It makes me extra-appreciate a bunch of things: how amazing it is that the body heals itself – and so quickly! – how much health and ability are matters of luck, how fortunate that I could finish that 11-mile run and get back to my normal training. But it also makes me wonder if we are the only creature than can damage ourselves by tripping – as opposed to falling from a height, or while jumping. Just a few years ago I learned the terms “committed biped” (ie humans, who always walk on two limbs) and “facultative biped” (creatures who can walk on two limbs sometimes, like gorillas and bears, but typically don’t). Facultative bipeds would just land back on all fours where they belong. We have this potential energy of a heavy head way up in the air on a body that can turn into a lever. I guess it must be so evolutionarily advantageous to be upright that it’s worth effectively living on a small cliff – just like it’s worth it for mountain goats to risk falling. And we are remarkably sure-footed – I’ve caught myself when tripping the vast majority of times.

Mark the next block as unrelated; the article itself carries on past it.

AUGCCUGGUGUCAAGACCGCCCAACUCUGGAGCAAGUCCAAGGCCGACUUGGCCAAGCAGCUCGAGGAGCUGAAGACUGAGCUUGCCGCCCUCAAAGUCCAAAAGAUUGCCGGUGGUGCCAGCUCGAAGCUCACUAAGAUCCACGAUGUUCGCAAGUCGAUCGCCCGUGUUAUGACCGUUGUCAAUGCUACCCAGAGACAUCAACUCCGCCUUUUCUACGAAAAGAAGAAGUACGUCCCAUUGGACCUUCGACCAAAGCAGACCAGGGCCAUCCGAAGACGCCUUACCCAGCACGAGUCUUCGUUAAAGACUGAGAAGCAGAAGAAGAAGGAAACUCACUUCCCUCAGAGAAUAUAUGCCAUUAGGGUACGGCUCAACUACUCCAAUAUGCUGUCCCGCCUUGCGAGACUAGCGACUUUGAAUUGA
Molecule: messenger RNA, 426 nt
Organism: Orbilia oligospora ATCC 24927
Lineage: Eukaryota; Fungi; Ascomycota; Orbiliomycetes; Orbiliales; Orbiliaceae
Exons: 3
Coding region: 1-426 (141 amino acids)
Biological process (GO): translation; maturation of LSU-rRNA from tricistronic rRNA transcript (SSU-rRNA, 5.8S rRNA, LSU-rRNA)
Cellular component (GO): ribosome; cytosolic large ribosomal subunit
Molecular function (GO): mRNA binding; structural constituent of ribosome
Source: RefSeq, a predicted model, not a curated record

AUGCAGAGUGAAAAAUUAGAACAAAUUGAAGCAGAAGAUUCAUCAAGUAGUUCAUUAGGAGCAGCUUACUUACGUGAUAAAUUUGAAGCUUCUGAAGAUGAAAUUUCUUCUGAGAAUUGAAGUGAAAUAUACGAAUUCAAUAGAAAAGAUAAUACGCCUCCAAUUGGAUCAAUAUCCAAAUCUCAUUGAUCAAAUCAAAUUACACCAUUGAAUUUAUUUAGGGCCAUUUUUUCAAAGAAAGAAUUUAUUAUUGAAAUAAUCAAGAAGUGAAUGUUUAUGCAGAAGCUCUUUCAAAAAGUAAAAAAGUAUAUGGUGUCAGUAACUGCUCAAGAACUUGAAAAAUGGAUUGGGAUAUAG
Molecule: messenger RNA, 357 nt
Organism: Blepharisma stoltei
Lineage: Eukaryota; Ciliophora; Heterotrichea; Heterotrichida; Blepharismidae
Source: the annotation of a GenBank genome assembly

If something else happens and I do have to drop out of the marathon, it would be sad but fine. I wanted to enjoy the training process itself, and I am! Highlights of this week:
I met a Sphynx cat (or part-Sphynx, as it had patches of fur) on a weekday run. I won’t say where just in case (petnappers do exist), but it was friendly and encouraged me to pet it. The wrinkled skin was as soft as it looked.
Northampton has so many beautiful neighborhoods. The Round Hill area gardens are delighting me.